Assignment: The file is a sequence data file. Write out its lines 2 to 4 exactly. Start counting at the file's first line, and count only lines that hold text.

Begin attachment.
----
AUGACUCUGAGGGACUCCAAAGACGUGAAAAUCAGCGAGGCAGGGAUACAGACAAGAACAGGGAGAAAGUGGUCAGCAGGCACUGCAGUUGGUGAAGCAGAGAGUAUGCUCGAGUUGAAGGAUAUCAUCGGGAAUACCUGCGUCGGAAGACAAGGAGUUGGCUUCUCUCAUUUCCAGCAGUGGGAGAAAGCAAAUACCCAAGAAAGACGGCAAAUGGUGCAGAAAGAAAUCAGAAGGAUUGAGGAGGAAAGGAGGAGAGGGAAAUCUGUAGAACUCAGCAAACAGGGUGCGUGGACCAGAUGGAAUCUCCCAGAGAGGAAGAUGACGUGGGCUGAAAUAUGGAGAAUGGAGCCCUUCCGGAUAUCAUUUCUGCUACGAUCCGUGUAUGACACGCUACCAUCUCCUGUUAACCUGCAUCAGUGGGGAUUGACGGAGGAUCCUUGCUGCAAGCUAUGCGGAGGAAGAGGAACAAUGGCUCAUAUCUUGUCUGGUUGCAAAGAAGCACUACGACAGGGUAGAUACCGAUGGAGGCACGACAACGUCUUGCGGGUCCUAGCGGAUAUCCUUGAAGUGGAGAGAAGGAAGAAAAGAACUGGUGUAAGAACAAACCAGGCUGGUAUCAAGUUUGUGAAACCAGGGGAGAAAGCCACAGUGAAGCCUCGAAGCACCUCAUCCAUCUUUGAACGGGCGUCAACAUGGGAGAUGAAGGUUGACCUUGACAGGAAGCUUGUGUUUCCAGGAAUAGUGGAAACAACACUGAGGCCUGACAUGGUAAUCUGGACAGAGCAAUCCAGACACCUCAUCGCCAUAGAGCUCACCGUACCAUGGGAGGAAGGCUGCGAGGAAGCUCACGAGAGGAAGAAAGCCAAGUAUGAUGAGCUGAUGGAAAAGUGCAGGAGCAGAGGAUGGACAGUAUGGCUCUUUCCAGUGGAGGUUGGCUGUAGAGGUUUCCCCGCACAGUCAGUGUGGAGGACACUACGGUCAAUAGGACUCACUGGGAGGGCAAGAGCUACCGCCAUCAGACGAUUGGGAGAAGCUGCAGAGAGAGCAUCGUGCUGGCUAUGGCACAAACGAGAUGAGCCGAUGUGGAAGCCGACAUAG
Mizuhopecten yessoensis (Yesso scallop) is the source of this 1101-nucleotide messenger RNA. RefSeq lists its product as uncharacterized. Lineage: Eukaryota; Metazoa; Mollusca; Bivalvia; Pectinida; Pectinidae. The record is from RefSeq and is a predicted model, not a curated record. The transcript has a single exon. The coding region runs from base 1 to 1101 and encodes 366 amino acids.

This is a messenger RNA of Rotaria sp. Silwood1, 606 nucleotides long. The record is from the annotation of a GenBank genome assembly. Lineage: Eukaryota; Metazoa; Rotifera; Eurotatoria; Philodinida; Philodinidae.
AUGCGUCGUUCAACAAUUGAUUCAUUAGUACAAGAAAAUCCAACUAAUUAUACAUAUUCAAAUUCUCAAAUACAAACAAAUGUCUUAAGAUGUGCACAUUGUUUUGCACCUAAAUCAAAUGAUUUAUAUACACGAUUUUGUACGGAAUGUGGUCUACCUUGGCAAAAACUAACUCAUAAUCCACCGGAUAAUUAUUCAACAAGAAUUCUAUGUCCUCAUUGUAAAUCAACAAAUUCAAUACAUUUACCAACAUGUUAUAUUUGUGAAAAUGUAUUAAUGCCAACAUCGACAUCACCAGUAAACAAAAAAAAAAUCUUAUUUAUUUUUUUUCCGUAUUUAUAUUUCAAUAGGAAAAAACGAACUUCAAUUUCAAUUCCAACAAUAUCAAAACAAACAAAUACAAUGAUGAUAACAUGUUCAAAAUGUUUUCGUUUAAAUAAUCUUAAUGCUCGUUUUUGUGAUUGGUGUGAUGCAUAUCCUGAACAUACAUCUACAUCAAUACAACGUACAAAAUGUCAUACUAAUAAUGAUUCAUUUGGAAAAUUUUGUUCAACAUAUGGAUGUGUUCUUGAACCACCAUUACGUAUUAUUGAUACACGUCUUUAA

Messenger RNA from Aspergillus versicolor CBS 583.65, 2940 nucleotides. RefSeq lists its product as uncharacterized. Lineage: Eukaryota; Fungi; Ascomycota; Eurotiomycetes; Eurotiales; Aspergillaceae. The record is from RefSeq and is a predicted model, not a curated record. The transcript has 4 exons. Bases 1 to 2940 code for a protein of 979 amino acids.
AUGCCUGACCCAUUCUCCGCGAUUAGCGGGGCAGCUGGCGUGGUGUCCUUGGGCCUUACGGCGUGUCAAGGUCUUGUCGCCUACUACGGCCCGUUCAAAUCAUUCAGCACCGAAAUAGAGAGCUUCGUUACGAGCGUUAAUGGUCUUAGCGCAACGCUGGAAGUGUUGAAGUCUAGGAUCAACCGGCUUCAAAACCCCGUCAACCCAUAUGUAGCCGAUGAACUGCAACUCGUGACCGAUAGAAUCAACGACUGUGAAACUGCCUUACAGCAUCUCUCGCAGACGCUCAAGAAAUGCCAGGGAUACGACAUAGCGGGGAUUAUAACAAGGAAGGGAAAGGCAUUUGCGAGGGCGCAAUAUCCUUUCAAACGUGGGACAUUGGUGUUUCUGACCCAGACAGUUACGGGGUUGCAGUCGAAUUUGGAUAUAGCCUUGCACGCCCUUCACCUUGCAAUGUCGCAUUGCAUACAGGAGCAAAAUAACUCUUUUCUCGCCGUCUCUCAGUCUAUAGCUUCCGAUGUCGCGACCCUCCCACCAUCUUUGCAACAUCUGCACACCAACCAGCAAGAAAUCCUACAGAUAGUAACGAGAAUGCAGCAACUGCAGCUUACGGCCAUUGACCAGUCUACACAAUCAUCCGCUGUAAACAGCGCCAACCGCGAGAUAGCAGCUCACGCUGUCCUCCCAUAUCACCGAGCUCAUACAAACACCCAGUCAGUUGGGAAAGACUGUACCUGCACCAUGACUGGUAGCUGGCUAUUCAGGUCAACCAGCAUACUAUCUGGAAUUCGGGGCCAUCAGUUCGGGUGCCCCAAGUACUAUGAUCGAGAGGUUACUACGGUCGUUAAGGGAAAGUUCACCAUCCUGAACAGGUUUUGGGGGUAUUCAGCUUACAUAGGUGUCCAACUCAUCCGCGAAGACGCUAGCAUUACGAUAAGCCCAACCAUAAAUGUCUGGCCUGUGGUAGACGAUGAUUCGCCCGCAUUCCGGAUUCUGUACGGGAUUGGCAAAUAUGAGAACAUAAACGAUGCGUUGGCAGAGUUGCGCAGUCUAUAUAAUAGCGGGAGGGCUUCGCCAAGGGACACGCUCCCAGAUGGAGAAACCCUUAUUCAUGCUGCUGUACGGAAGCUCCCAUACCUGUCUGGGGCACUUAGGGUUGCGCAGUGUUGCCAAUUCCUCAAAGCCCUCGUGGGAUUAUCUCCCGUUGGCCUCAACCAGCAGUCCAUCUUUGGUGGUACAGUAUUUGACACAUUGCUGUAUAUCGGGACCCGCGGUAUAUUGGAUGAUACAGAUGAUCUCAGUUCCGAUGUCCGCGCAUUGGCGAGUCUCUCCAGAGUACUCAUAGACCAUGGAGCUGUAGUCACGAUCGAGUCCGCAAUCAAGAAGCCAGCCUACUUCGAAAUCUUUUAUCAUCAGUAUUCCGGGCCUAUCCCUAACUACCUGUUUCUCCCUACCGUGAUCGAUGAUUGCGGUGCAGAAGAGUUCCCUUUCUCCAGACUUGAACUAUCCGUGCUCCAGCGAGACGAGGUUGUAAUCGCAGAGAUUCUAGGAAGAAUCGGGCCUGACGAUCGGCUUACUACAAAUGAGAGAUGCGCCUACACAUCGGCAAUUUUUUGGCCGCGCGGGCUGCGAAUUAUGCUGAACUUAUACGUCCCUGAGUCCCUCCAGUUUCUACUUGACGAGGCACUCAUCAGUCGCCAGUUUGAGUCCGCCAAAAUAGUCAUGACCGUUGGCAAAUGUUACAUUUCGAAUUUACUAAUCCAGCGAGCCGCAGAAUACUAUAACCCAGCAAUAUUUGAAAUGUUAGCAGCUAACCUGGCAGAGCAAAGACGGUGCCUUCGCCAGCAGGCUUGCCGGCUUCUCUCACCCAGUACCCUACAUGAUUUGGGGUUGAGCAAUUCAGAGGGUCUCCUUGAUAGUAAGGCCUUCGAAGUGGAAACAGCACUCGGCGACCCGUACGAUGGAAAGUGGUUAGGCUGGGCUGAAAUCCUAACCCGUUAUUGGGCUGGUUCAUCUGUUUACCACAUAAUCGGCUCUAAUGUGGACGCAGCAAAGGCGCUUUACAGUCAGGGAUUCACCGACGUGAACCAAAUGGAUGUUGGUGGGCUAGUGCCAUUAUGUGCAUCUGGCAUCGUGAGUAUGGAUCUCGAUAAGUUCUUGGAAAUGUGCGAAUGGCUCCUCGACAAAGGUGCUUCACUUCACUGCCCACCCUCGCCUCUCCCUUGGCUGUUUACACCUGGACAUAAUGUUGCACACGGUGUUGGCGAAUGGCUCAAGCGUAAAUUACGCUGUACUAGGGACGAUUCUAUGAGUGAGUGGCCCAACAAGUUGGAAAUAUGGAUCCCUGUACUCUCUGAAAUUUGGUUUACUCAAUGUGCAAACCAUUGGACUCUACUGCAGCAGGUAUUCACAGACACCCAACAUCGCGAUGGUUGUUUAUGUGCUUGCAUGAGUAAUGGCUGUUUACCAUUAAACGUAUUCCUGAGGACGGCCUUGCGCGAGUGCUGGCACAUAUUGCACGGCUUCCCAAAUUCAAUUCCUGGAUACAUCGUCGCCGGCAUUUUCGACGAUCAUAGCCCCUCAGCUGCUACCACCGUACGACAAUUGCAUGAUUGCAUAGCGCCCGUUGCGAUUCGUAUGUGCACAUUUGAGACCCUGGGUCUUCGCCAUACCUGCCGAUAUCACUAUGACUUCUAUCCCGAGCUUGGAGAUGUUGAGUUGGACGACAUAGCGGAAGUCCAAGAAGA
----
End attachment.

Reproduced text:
Mizuhopecten yessoensis (Yesso scallop) is the source of this 1101-nucleotide messenger RNA. RefSeq lists its product as uncharacterized. Lineage: Eukaryota; Metazoa; Mollusca; Bivalvia; Pectinida; Pectinidae. The record is from RefSeq and is a predicted model, not a curated record. The transcript has a single exon. The coding region runs from base 1 to 1101 and encodes 366 amino acids.

This is a messenger RNA of Rotaria sp. Silwood1, 606 nucleotides long. The record is from the annotation of a GenBank genome assembly. Lineage: Eukaryota; Metazoa; Rotifera; Eurotatoria; Philodinida; Philodinidae.
AUGCGUCGUUCAACAAUUGAUUCAUUAGUACAAGAAAAUCCAACUAAUUAUACAUAUUCAAAUUCUCAAAUACAAACAAAUGUCUUAAGAUGUGCACAUUGUUUUGCACCUAAAUCAAAUGAUUUAUAUACACGAUUUUGUACGGAAUGUGGUCUACCUUGGCAAAAACUAACUCAUAAUCCACCGGAUAAUUAUUCAACAAGAAUUCUAUGUCCUCAUUGUAAAUCAACAAAUUCAAUACAUUUACCAACAUGUUAUAUUUGUGAAAAUGUAUUAAUGCCAACAUCGACAUCACCAGUAAACAAAAAAAAAAUCUUAUUUAUUUUUUUUCCGUAUUUAUAUUUCAAUAGGAAAAAACGAACUUCAAUUUCAAUUCCAACAAUAUCAAAACAAACAAAUACAAUGAUGAUAACAUGUUCAAAAUGUUUUCGUUUAAAUAAUCUUAAUGCUCGUUUUUGUGAUUGGUGUGAUGCAUAUCCUGAACAUACAUCUACAUCAAUACAACGUACAAAAUGUCAUACUAAUAAUGAUUCAUUUGGAAAAUUUUGUUCAACAUAUGGAUGUGUUCUUGAACCACCAUUACGUAUUAUUGAUACACGUCUUUAA